Safe access to your meter benefits everyone
March 22 2021, 09:15 AM
The best part of Geoff Cowan’s job is getting to spend time outside in his community.
Geoff is a Lead Meter Reader for the Moncton area. He leads a team of employees who take readings of energy consumption on meters as well as installing new meters and doing service and inspections.
The Riverview native joined the NB Power team in 2005 after completing a Bachelor of Business Administration at UNB. After marrying his college sweetheart, Geoff was excited to start a career that included lots of fresh air and opportunities to learn and grow.
Within urban centres in the province, most residential meters are read with radio frequency devices, which involves an employee traveling through neighbourhoods with a device to gather data from the street. When you get to the suburbs and more rural locations in New Brunswick, we manually read meters up close.
What might sound like a simple task can be complicated by things like locked gates, untethered dogs or construction projects that make it difficult or impossible to get to the meter.
NB Power has started taking inventory of access to residential and business meters and will be working with customers to remove barriers to easy access. This will improve safety and bill accuracy and support routine maintenance and inspections of equipment.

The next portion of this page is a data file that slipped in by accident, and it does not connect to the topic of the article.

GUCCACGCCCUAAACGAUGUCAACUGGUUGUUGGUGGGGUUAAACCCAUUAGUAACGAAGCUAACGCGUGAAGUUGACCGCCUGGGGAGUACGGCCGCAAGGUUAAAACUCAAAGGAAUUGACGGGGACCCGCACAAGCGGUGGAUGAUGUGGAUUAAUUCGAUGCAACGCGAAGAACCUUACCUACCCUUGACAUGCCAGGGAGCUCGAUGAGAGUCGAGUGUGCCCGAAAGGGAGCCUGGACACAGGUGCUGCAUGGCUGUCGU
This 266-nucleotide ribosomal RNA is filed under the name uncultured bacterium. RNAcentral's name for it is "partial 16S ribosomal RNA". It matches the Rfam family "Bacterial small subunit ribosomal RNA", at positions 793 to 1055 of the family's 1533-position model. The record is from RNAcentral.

One of the issues Geoff and his team encounter is propane tanks too close to meters. It’s a little-known fact that national safety standards require at least 10 feet between electrical meters and fuel sources.
But Geoff says the biggest challenge for meter readers happens in our long New Brunswick winters.
“It’s not uncommon for our staff to spend hours of their day wading through deep snow to get to meters,” says Geoff. “It’s a really intense workout plus, it’s like walking around blindfolded. You can’t see the hazards lurking under the snow and ice. We have to be very careful not to get injured in the field.”
Geoff says that he always goes out of his way to thank customers who take the time to clear snow and ice to make it safer for him to get to the meter.
“It’s a small gesture that sends a big message,” said Geoff. “I find that many customers haven’t considered doing it and once they do remove the snow and see how much it can help us, they’re happy to help!”
To learn how to make sure your meter is safe and accessible, visit our Meter Safety page.
Categories How it works